Yulieski Gourriel, a Cuban native, told Yahoo Sports "This is the dream of all players - to play at the maximum level of baseball in all the world." Gourriel was asked which team he would play for and his immediate response was the Yankees, where he could play alongside his favorite player, ARod. But, there is a catch!
Gourriel will not come to the United States until the embargo on Cuba has been lifted, and he receives permission from the Cuban Government. I had to do a little bit of research on this. I wasn't born when President Kennedy put the embargo in place, and by the time I was born, it was kind of a social norm that was accepted and not really discussed. Heck, I'll be real honest here... I didn't even know why the embargo was in place, or what the heck it was until today. Thanks for this assignment, Casey. The more you know, right? I suck at History... sue me! But I'll get back to this in a minute.
Gourriel, who has played in Japan, seems to be an incredible player. His BA is well over .300, with plenty of power behind his bat. Eric Nadel, broadcaster for the Texas Rangers, saw him play in Japan and said
"Every time you see Gourriel, you see something special...
"Just look at what he did in Japan last summer. He hit over .300 with power. He's going back there this summer. He's legitimately a major-leaguer in any league."
Okay, so what's stopping him? The embargo restricts trades, but it also restricts Americans from spending money in Cuba. Honestly, it's a lot of political crap, brought on by some hostile relations between the two countries, in the early 1960's after Fidel Castro took control of Cuba. The government is now working towards changing this, but it will take time. For a better explanation, go HERE.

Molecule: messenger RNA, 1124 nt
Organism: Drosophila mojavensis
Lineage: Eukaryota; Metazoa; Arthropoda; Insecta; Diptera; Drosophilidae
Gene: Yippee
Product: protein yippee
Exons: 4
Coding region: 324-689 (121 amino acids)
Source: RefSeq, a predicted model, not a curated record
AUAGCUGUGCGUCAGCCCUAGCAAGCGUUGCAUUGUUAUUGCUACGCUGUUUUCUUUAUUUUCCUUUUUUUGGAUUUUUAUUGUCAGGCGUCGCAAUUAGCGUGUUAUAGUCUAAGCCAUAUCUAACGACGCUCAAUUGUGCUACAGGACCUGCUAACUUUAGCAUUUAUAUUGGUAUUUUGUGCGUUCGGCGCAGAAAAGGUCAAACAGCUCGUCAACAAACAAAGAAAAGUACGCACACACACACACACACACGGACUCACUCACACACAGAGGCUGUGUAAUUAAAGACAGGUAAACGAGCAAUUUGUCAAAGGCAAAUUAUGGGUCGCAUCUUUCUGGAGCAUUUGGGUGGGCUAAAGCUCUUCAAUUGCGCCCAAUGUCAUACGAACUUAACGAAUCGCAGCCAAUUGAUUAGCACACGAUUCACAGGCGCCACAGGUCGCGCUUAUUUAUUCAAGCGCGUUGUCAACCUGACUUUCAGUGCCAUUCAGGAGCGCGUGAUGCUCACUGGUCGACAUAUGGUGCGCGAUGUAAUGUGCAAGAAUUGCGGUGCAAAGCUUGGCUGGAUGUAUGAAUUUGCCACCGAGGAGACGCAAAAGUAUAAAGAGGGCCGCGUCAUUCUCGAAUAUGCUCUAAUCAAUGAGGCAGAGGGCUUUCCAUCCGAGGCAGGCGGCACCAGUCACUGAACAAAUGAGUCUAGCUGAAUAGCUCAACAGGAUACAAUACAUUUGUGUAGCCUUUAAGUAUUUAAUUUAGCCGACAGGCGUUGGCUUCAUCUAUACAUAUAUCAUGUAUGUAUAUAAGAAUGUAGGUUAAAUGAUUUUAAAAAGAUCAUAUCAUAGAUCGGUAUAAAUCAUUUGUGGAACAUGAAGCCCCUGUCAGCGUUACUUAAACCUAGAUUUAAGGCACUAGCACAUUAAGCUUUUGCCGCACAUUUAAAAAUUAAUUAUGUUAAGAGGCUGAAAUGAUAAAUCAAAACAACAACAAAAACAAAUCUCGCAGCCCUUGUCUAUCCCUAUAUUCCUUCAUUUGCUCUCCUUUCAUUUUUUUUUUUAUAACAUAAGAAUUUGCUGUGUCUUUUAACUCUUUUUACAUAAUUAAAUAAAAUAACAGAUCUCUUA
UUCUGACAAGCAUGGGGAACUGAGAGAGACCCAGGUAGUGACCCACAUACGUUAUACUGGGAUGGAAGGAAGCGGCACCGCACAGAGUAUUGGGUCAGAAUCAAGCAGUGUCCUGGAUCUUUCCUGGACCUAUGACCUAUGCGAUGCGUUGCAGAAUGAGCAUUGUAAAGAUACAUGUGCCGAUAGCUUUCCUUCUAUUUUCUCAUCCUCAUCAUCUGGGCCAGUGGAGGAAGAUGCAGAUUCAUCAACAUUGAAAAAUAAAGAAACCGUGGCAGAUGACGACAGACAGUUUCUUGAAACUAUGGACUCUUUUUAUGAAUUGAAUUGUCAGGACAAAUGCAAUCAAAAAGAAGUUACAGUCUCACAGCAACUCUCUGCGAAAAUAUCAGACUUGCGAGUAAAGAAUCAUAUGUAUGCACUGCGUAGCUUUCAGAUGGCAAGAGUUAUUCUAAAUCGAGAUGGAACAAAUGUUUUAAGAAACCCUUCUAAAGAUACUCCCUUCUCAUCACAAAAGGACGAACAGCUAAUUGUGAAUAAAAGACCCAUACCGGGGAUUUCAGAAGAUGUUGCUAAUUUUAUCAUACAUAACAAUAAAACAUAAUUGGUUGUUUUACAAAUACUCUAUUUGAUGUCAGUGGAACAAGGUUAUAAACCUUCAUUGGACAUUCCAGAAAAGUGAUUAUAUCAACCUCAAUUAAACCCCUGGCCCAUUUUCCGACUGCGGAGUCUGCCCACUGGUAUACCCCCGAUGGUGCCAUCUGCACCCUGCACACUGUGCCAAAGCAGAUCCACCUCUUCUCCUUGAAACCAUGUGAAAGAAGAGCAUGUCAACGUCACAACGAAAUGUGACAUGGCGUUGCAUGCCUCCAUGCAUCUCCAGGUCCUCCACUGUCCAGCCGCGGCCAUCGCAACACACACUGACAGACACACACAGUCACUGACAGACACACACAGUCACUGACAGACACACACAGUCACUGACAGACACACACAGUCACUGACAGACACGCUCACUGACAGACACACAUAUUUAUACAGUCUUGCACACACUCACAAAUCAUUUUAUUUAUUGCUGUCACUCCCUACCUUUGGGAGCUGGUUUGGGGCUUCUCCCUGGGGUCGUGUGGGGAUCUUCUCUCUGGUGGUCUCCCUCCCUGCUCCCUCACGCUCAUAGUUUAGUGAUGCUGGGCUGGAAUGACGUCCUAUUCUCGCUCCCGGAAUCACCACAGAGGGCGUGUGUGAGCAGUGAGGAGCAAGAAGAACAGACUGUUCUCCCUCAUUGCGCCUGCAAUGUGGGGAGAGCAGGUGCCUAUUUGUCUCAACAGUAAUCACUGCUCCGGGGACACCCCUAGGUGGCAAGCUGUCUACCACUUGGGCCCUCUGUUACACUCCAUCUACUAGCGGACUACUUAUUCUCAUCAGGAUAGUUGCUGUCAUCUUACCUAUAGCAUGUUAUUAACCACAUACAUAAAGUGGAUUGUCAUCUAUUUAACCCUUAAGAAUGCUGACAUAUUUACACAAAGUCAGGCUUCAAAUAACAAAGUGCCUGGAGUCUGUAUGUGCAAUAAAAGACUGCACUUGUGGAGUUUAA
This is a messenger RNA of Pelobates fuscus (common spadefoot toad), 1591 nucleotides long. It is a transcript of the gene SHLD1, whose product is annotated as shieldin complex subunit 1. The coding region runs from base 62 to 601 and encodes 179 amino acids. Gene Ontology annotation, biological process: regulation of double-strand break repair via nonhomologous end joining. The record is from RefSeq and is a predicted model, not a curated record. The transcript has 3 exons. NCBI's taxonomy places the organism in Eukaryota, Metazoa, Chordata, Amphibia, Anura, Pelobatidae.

We've seen a steady amount of baseball player's simply defecting from Cuba. Orlando "El Duque" Hernandez, for example. But those players have to establish residence and get "unblocked" by the U.S. Treasury and... again, politics, politics. This year, Yoan Moncada was allowed to leave, and signed with the Red Sox. But then the question of compensation comes up. Japan gets compensation when their players leave for the U.S., so the idea that the U.S. would compensate Cuba is not entirely outlandish.
Gourriel is not going to defect. He wants an end to the embargo, as do many people... or so I have been reading. Lifting the embargo will open many opportunities, including the pool of free agents available to the MLB. There are players like Gourriel who are ready and willing to play once the embargo is lifted.
Defecting is a personal choice, and it comes with many of it's own obstacles, and risk. I don't think any of us know for certain that the embargo will ever be lifted, and maybe there are some that wish for it to stay in place permanently. All I know is that there are many great "could-be-major-leaguers" being held back by a policy that is more than 50 years old.
Now, someone please tell me what the Cold War has to do with any of this? And why didn't they just get a blanket if they were cold? Why the war? Heh.
--Erica Morales BYB Senior Writer
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